Teaspoon Vanilla extract

1/3c sugar

For the dough:

2 large eggs

1/2 cup sugar

2 cups unbleached all-purpose flour, plus 1 tablespoon for pan

1/2 cup cake flour

1/2 cup (1 stick) unsalted butter, at room temperature, plus more for greasing pan

Finely grated zest of 1 lemon (preferably organic)

For the filling:

12 ounces whole-milk ricotta

Finely grated zest of 2 lemons

1 tablespoon orange-flower water or 1/2 teaspoon vanilla

1 teaspoon vanilla

1/3 cup finely slivered or finely diced candied orange peel and citron

5 large egg yolks

1/2 cup lightly toasted pine nuts

3 large egg whites

1c sugar


1. For grain: Pour the cooked wheatberries from one jar or can into a sauce pot and add  2/3 cup milk, a teaspoon of vanilla extract, sugar and simmer for 10 minutes on a low flame. Turn off and let cool.

2. For dough: Add 1 whole egg plus 1 egg white (keep the yolk to make a wash for the top of the pie later) and sugar to food processor and pulse until smooth. Add 1/4 cup all-purpose flour and pulse again. Cute butter into pieces and add a little at a time, pulsing after each addition. Pulse in remaining 1 3/4 cups all-purpose flour and cake flour, then lemon zest, pulsing just enough to mix smoothly. Shape a third of the dough into a ball, wrap in plastic wrap, and refrigerate.

Lightly butter and flour bottom and sides of a round 10-inch tart pan with removable bottom. Working quickly, roll out remaining dough between two sheets of waxed paper to fit bottom and sides of the pan. Fit crust into pan, cover with plastic wrap, and refrigerate until chilled, at least one hour.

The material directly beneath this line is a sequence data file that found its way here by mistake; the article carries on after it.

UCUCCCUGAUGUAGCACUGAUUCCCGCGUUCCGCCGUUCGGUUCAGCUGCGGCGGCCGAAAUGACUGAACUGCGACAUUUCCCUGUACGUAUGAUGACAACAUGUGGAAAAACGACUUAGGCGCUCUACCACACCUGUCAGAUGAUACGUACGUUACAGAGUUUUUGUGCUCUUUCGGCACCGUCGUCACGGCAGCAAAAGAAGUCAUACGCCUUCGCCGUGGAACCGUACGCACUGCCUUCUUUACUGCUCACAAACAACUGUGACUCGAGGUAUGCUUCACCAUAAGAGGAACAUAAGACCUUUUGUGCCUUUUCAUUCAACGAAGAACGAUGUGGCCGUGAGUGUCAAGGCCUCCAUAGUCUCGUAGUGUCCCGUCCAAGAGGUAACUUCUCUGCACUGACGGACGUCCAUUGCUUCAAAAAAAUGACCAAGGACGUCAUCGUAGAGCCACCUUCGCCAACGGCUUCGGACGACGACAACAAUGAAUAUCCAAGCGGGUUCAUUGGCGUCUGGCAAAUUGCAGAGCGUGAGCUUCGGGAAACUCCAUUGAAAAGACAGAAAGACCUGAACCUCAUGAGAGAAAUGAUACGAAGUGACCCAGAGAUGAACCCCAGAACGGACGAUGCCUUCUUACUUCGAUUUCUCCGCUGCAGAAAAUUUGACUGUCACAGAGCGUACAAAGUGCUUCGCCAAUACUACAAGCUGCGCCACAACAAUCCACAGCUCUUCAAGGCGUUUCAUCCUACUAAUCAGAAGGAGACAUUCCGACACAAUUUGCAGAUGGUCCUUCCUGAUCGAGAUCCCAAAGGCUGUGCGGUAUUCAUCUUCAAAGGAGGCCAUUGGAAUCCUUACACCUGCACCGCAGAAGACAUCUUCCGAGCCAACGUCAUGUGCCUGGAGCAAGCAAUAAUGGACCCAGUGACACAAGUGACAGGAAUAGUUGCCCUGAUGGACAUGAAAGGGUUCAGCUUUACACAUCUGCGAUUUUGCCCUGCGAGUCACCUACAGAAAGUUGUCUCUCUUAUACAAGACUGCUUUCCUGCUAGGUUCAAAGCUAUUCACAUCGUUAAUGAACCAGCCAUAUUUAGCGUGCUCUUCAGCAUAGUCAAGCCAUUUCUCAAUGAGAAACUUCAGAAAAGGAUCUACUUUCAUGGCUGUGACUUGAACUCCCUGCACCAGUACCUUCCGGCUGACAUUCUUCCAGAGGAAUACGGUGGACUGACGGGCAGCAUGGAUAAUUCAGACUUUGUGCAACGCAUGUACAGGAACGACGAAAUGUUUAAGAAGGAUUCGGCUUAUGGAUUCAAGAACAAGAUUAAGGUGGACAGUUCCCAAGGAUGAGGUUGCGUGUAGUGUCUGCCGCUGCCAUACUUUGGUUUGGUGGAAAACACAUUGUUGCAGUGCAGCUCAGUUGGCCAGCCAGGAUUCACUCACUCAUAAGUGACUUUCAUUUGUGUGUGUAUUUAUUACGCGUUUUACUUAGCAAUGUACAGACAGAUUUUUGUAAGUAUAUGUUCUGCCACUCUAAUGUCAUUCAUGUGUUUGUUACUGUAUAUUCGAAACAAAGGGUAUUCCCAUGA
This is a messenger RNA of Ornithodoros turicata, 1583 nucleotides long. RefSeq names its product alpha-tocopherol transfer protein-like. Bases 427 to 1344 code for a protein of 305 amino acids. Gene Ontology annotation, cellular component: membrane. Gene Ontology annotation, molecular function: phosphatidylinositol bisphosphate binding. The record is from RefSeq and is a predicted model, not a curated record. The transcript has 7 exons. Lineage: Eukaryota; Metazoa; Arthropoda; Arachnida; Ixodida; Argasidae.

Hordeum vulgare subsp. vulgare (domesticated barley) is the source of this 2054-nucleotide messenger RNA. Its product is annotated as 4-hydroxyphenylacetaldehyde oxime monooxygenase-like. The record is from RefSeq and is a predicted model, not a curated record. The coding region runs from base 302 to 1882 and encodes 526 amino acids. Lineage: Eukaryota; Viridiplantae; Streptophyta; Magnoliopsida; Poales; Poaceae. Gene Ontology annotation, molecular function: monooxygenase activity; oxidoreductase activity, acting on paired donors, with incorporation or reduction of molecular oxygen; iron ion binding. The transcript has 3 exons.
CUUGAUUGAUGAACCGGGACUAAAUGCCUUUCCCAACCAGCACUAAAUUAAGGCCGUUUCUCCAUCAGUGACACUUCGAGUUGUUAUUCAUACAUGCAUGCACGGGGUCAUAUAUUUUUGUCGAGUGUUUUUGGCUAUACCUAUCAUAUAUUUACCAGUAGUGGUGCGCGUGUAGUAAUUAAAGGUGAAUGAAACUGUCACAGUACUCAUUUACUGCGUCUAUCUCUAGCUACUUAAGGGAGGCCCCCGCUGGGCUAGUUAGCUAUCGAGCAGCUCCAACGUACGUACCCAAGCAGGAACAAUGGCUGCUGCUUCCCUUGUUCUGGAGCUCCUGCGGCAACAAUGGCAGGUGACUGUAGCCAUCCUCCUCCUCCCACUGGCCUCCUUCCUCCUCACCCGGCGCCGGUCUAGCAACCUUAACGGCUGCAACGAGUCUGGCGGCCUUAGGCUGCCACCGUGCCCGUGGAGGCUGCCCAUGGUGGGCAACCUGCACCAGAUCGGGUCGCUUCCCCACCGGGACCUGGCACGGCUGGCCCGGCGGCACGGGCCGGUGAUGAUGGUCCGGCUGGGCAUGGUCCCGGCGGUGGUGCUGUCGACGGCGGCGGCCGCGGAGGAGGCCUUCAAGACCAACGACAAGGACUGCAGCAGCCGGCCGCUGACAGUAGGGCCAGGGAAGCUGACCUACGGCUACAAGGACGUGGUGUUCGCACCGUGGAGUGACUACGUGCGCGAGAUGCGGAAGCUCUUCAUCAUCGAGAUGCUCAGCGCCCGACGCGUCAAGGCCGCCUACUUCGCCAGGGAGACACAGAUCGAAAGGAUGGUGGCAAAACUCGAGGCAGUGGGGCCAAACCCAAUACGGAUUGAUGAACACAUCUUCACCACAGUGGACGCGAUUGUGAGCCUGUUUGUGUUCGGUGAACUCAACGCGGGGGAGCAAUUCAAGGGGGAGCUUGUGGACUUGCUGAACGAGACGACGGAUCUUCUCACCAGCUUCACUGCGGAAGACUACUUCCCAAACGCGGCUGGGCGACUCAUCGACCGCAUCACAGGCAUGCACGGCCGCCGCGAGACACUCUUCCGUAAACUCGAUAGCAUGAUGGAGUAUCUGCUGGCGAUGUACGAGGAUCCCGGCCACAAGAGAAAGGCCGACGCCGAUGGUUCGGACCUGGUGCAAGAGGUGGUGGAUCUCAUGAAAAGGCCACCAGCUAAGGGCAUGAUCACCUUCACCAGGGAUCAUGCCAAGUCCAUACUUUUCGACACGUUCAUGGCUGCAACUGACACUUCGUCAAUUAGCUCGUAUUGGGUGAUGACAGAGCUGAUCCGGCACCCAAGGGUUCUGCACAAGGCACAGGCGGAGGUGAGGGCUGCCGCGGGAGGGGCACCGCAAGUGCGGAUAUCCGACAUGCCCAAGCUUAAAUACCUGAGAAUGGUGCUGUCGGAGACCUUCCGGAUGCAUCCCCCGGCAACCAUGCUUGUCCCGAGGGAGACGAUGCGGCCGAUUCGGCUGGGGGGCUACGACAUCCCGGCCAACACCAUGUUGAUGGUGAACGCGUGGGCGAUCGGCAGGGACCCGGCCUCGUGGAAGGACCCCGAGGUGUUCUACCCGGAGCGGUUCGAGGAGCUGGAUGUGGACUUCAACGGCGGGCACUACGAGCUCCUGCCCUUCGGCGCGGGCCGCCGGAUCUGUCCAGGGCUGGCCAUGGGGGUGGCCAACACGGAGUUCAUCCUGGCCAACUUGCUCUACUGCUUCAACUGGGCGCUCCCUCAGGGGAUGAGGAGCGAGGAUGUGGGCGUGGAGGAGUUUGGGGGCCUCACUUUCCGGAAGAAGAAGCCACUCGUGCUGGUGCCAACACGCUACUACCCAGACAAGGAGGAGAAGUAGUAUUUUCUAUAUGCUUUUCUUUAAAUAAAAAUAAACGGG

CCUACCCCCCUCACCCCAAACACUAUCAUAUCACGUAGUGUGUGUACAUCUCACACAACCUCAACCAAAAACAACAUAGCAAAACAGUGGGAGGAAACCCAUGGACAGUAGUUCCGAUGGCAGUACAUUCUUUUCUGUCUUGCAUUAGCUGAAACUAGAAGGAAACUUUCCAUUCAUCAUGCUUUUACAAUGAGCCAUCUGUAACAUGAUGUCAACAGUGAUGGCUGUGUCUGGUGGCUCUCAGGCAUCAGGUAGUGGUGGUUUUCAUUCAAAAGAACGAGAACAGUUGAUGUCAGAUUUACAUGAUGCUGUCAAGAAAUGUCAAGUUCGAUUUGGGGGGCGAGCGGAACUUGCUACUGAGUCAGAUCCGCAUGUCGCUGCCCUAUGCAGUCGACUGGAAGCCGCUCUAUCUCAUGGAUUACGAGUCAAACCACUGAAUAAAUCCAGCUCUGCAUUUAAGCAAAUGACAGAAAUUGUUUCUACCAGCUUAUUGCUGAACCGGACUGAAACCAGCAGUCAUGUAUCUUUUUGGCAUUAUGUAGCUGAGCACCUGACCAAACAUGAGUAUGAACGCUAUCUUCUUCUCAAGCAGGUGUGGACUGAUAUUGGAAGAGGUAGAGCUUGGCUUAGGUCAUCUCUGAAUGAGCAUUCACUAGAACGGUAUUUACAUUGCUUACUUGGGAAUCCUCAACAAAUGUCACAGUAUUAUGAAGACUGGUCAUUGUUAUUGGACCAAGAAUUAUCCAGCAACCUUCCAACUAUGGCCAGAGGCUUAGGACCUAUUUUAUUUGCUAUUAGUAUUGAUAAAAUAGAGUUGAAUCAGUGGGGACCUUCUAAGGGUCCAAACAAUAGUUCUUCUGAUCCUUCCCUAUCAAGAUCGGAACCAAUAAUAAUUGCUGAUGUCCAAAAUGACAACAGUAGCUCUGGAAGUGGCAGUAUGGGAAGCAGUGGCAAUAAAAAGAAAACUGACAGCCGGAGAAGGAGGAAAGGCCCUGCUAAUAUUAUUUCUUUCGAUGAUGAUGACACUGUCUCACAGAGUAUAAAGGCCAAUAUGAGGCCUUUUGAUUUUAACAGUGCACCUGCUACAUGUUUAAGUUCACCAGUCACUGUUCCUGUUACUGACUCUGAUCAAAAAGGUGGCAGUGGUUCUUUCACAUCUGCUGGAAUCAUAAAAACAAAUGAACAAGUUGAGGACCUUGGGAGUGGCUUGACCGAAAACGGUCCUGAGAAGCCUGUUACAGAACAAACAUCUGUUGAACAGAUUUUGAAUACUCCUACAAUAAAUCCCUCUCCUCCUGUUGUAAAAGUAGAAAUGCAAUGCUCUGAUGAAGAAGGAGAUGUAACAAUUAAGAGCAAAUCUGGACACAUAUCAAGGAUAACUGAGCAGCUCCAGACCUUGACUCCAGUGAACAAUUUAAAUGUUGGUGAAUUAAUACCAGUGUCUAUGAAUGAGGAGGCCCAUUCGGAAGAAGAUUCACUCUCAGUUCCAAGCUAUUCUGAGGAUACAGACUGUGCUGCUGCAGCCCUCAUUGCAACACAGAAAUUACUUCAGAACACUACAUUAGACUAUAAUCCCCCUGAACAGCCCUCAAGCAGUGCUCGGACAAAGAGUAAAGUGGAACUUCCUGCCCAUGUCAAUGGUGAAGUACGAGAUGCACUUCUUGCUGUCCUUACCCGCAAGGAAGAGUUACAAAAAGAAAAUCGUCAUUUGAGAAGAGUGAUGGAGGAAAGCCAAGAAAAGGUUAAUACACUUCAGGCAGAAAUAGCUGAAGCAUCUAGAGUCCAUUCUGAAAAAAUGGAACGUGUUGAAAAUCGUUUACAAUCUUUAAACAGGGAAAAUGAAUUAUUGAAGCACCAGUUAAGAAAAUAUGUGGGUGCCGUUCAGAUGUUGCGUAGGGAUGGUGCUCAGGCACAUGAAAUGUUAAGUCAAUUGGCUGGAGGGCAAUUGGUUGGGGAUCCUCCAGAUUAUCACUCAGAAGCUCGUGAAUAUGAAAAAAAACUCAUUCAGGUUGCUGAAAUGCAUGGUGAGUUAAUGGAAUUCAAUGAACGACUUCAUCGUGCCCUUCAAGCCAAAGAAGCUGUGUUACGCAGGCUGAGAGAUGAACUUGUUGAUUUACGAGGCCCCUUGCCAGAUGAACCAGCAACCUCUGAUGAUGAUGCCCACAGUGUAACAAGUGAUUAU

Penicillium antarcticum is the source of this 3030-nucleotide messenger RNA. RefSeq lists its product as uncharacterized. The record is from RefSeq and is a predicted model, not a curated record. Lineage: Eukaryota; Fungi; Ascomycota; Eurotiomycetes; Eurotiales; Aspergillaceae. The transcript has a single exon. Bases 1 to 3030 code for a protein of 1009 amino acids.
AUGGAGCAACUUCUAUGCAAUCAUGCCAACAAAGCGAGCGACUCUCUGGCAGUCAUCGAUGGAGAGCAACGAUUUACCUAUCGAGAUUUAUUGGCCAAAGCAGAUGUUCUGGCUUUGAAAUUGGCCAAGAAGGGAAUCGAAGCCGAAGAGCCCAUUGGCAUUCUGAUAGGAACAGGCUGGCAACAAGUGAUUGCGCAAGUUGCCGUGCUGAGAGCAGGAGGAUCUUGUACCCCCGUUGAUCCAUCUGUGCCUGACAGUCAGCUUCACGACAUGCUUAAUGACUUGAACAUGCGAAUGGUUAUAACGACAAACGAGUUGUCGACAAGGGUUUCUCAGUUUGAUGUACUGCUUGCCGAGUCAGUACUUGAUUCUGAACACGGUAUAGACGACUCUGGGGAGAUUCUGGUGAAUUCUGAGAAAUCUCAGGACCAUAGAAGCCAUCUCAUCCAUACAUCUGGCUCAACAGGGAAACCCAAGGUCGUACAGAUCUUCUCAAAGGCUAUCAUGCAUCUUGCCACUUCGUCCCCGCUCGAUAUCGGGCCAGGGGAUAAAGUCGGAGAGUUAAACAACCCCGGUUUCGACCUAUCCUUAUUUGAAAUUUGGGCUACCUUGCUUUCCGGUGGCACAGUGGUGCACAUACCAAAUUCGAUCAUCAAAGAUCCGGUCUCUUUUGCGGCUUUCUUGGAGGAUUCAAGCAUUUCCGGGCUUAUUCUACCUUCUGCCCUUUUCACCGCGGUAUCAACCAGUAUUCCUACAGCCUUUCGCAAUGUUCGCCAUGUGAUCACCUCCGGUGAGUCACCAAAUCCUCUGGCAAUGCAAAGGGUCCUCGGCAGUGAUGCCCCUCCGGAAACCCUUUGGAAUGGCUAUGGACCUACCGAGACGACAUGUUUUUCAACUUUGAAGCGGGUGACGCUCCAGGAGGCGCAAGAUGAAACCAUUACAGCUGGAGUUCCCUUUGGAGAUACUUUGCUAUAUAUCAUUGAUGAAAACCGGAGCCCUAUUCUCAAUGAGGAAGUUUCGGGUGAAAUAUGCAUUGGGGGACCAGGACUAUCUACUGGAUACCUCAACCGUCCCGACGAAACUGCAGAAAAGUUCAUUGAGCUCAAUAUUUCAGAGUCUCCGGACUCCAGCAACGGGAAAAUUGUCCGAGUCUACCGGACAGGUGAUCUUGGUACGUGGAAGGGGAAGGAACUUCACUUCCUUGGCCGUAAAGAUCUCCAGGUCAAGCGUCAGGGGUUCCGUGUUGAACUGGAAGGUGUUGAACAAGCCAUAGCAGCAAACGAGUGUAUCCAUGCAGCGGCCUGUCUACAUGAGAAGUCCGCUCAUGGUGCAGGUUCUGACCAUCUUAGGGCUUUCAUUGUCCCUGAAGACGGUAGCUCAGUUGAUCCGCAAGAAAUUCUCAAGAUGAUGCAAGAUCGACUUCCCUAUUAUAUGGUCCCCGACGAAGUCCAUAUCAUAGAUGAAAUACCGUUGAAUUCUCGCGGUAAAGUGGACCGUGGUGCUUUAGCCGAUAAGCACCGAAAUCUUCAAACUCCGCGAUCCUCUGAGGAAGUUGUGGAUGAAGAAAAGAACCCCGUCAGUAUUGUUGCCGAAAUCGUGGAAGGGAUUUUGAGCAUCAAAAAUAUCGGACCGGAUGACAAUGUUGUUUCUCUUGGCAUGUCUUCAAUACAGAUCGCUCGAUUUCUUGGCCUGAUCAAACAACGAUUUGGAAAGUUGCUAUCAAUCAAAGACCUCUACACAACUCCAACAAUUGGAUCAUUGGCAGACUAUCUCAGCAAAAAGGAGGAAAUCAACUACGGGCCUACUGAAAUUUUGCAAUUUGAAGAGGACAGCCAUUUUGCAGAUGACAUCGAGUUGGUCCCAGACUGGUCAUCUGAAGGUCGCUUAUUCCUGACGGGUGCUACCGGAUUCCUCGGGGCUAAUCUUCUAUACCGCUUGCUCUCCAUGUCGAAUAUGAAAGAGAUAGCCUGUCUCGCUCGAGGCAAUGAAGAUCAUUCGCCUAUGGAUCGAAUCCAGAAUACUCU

While your crust is chilling, preheat oven to 300 degrees.

3. For filling:   Blend ricotta in food mixer until smooth. Add lemon zest, orange flower water, and sugar. Add egg yolks one at a time. Transfer to a bowl and fold in candied citron and orange peel and grain.

Beat egg whites until very stiff. Stir one-quarter into ricotta mixture until smooth, then fold in remaining whites. Pour into pie crust. Roll out reserved dough between two sheets of waxed paper, and cut into lattice strips to fit the top of tart. Beat reserved egg yolk with a little water and paint top of tart. Transfer to oven and bake until the top is firm and dry and a toothpick inserted into center comes out clean, about 1 1/2 hours. If tart begins to brown too much on top, cover lightly with foil. When the tart is done, turn off heat but leave tart to cool in oven with door ajar. Sprinkle confectioner sugar on top and serve at room temperature or barely warm.

Yield: One 10-inch pie, 10 to 12 servings


How to Make a Cake Flour Substitute at Home
Making a cake flour substitute is easy with the following two ingredients: all-purpose flour and either cornstarch or arrowroot powder.

1 cup AP flour – 2 Tablespoons AP flour + 2 Tablespoons cornstarch or arrowroot = 1 cup cake flour

Start with one level cup of AP flour, remove two tablespoons of the flour, and add two tablespoons of cornstarch or arrowroot powder back in. Then sift the mixture together to be sure the ingredients are well distributed.

When added to all-purpose flour, cornstarch will inhibit the formation of gluten while also giving structure and “sponginess” to your cake. 

Happy holidays people, stay home, stay safe and take care of your neighbors.